Creating graphs is easy — grab your favorite spreadsheet program, enter some data, and use the chart wizard. What’s more difficult is creating those graphs to be published on the web based on dynamic data. Plenty of options are available to graph hard-entered data, but few are capable of dynamic generation.

In this edition of Five Apps, we take a look at five free web-based tools for creating different types of graphs from dynamic data. Each of these apps offers a vast number of options and lots of customizability, more so than I could possibly demonstrate here. So take a look at each webpage and browse through the examples provided to see the power of each of these tools.

Note: This article is also available as an image gallery and a video hosted by TechRepublic columnist Tom Merritt.

1: amCharts

amCharts (Figure A) is perhaps the simplest of the tools on this list. It offers only the basic options for the most common types of charts. However, it comes with a nice visual editor that allows you to paste in sample data in a CSV format (which it then converts to XML) and manipulate the settings all while watching your graph take shape. When you’re finished, simply copy the generated HTML code into your page to display your Flash-based graph. If you want to use dynamic data, replace the value in the “chart_data” variable with a custom-generated XML dataset.

Figure A

2: D3.js

D3.js (Figure B) is not just a graphing application. It’s really a full DOM framework, much like jQuery, that takes the W3C API and makes it much more manageable. This gives you a framework to create nearly any type of visualization. The examples gallery is chock full of basic graph types as well as interactive and animated graphs, a massive array of specialized visualizations, and even a few graphical games. Developing for this framework is a little more involved than the others on this list, but the results can really be worth it.

Figure B

3: Flot

Flot (Figure C) is a simple jQuery-based graphing utility with a massive array of options. It starts with line or scatter charts that can be static or dynamic and that allow you to customize colors, text, and other aspects. Then, you can add in dynamic (dashboard-like) enable/disable of chart series, click-and-drag rectangular zooming, click support, tooltips, panning, and resizing, all via various plugins. The advanced features include custom plot point symbols, axes customization, data thresholding (red light – green light), and more. Ambitious developers can even create their own plugins to share with the community.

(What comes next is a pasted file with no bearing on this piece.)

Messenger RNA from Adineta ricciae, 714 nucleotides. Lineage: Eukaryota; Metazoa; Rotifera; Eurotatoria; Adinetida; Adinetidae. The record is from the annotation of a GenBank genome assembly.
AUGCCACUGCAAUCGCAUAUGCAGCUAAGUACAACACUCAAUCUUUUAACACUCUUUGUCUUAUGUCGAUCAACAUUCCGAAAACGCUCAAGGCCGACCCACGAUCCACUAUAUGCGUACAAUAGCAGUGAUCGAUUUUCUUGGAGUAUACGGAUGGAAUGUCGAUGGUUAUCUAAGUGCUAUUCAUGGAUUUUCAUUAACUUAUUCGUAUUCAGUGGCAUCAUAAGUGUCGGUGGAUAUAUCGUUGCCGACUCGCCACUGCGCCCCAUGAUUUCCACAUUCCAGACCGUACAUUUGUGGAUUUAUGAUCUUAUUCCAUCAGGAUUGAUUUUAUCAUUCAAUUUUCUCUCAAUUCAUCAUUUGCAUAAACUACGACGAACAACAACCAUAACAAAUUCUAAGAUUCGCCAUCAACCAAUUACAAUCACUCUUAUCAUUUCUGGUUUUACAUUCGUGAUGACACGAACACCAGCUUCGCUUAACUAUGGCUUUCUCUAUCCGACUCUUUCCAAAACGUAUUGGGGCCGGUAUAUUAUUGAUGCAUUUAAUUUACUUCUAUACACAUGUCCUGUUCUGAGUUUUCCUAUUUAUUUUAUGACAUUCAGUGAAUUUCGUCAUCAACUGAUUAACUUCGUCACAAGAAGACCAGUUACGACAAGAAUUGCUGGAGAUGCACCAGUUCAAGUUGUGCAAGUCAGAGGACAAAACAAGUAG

Figure C

4: Google Charts

Google Charts (Figure D) is an HTML5-based API offering a variety of chart types — pie, bar, line, tree map, and many others — with a wide array of customizable attributes, including colors, labels, and graphical appearance. Data can be based off a Google Spreadsheet, Google Fusion Table, Salesforce database, or practically any data source that can be queried using AJAX or JSON. The standout feature, though, is the set of dashboard controls. These allow your user to adjust the data being presented by limiting the query using sliders, drop-downs, and other controls. Finally, you can use Google Code Playground to design and build your charts and graphs.

Figure D

5: Highcharts

Using HTML5 and JavaScript, Highcharts (Figure E) offers a wide array of charts — basically all the common types as well as a massive array of specialized types. They can be easily populated using JavaScript arrays or another data source via script that writes a JavaScript array. Highcharts is customizable — labels, colors, and text alignment — but its most notable feature is the look and feel. Highcharts has a quality look to it, and the graphs do small animations while being drawn. For high-profile presentations, this could be useful. Highcharts links to JSFiddle for designing and building your charts and graphs.

Figure E

Your picks

What other free web-based graphing apps or tools have you used? Share your thoughts on the ones on this list or other apps in the comments below.

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